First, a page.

From time to time, I trade phone calls with an old acquaintance, Carl Palmquist. Carl served as a Commissioner of the Soil & Water Conservation District in Woodbury County (Iowa) during the time I worked for the Soil Conservation Service (now the NRCS).
Carl and I often lament the decline of two very important federal programs, the Flood Control Act of 1944 (PL-534) and the Watershed Protection and Flood Prevention Act of 1954 (PL-566). The Flood Control Act of 1944 authorizes the Secretary of Agriculture to install watershed improvement measures to reduce flood, sedimentation, and erosion damages. The Little Sioux Watershed, in Northwest Iowa, was one of 11 watersheds singled out for watershed planning and for installing measures to reduce runoff and erosion. The Little Sioux Watershed still stands as one of the granddaddies of all small watershed projects.
It is from these early watershed protection efforts that conservationists first learned that reducing flooding, and managing water was all about changing the hydrology on a small watershed scale. They learned that better soil infiltration and stair-stepping water down through the watershed, using flood control structures like ponds and wetlands, were the first essential steps. Unfortunately, due to lack of funding, these USDA watershed programs have been reduced to a skeleton of what they use to be. It seems like these effective approaches had been shelved for newer, in-vogue schemes.
The good news though, is that there is a renewed interest in using the watershed approach to reduce runoff and change hydrology across the landscape. The Iowa Watershed Approach (IWA), funded by the U.S. Department of Housing and Urban Development, is a new five-year project focused on addressing factors associated with flood disasters in the state of Iowa. The HUD Project, as it is commonly referred, was awarded $96.9 million.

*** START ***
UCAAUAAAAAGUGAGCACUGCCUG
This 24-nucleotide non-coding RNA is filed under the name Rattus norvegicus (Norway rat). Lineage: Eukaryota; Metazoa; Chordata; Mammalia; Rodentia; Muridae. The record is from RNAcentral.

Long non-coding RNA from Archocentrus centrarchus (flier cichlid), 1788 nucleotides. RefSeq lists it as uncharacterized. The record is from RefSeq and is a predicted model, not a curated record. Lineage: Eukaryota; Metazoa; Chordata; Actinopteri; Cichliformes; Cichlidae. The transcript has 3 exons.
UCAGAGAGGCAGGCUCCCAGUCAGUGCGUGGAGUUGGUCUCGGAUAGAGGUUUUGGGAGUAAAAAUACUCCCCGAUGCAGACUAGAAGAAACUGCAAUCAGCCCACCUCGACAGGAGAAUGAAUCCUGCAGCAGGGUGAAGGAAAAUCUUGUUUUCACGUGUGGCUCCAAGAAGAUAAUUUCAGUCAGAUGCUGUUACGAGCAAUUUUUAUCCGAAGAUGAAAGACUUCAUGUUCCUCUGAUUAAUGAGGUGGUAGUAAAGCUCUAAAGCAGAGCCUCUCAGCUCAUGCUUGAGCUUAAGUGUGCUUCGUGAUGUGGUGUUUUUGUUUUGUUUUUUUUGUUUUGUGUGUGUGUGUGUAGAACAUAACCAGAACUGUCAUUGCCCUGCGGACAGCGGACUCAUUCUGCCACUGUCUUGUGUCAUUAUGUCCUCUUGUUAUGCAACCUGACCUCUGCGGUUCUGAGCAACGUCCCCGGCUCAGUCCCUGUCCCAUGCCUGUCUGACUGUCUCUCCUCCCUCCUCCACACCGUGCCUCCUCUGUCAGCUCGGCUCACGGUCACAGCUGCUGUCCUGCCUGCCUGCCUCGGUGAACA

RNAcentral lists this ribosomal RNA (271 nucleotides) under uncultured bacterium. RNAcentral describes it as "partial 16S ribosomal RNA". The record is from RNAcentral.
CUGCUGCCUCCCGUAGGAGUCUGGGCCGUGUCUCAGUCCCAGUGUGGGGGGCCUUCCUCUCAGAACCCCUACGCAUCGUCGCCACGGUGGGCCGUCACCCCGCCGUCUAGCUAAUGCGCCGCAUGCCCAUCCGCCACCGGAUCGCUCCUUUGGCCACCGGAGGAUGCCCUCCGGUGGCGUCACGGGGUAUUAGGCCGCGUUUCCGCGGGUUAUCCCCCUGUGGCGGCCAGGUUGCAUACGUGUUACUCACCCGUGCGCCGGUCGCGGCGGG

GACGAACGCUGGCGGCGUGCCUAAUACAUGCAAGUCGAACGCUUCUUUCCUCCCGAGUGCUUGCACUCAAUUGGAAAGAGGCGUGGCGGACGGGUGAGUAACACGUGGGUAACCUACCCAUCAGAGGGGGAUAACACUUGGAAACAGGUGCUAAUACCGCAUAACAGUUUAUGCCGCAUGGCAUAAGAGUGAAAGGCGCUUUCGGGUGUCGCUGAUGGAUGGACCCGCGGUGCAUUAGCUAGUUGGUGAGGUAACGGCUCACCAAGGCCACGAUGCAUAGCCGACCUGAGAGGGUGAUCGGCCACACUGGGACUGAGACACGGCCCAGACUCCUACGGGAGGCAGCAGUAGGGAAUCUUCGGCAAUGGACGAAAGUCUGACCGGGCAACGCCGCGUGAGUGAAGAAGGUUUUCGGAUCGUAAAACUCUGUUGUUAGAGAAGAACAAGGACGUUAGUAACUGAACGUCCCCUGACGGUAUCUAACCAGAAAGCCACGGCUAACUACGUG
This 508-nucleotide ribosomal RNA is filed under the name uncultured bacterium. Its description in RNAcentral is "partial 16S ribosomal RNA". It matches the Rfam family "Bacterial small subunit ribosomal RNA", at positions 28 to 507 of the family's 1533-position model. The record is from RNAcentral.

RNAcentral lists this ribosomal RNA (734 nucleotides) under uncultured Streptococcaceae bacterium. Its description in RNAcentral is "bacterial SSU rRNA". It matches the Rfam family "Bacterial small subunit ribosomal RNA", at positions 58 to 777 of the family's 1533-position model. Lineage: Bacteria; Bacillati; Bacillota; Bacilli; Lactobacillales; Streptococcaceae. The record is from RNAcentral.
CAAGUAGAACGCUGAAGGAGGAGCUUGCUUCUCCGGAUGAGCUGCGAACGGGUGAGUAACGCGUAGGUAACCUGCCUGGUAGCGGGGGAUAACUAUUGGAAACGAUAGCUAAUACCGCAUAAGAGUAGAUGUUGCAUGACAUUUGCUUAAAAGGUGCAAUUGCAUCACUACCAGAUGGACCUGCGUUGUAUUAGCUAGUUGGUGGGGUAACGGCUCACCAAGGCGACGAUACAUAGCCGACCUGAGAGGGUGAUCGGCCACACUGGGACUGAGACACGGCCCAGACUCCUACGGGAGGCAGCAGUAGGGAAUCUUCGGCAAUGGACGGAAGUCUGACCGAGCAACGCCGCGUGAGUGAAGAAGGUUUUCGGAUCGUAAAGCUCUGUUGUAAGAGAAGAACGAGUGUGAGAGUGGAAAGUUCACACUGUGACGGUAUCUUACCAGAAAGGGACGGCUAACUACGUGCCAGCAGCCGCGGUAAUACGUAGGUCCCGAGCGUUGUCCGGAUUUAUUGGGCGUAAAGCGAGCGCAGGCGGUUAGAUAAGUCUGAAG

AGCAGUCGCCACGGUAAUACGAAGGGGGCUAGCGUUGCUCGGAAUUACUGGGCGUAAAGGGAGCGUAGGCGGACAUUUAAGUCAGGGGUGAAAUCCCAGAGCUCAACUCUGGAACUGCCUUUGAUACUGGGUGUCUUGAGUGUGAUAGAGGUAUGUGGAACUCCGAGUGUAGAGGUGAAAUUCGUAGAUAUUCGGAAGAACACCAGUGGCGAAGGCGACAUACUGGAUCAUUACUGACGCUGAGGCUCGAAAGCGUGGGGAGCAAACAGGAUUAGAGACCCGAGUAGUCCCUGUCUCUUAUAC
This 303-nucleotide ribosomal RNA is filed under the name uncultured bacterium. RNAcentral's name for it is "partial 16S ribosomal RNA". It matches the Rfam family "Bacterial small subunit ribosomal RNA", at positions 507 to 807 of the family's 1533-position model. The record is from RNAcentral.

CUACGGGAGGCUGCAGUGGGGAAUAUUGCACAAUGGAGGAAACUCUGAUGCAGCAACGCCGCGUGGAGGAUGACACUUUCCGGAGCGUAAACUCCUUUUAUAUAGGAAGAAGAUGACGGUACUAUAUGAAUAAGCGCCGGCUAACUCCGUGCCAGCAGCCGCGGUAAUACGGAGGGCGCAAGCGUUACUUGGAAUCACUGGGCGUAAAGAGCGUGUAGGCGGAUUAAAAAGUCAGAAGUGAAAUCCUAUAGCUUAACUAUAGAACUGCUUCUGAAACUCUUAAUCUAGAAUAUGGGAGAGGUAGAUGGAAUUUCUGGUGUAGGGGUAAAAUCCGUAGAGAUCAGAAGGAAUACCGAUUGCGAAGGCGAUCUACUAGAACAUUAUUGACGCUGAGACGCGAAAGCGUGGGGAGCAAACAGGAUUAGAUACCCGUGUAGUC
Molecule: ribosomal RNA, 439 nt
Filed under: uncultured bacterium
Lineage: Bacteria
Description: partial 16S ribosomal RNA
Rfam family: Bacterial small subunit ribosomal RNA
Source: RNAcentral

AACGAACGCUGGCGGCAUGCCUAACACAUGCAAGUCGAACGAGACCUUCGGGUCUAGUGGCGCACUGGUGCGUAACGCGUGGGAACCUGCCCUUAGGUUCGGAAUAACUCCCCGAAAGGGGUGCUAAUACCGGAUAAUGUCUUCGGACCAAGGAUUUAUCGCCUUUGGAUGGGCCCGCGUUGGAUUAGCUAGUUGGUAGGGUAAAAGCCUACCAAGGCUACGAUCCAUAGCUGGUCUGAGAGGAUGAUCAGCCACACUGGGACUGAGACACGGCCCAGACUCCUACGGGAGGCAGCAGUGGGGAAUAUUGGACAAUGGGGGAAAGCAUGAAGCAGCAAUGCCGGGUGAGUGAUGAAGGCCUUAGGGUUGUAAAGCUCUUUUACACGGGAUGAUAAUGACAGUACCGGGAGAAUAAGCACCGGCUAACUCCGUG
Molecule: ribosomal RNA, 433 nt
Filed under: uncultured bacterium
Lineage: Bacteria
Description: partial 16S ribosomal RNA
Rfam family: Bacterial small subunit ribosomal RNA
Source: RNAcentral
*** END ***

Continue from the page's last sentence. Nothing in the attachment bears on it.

The Iowa Watershed Approach focuses on in-field and edge-of-field practices to both reduce flood potential and decrease nutrient concentration in surface water. The practices include:
|Wetland Construction||Farm Ponds|
|Storm Water Detention Basins||Terraces|
|Sediment Detention Basins||Floodplain Restoration|
|Channel Bank Stabilization||Buffer Strips|
|Saturated Buffers||Perennial Cover|
The Iowa Watershed Approach promises to build on the lessons of the Flood Control Act of 1944 (PL-534) and the Watershed Protection and Flood Prevention Act of 1954 (PL-566), but adding in new practices and new approaches to reduce nutrient concentrations in surface water. It is good to see that ponds are back in vogue. And yes, it is about the hydrology…
Some content on the Iowa Watershed Approach originally appeared on the Iowa Learning Farms website by Adam Wilke, ISU Extension and Outreach Water Specialist.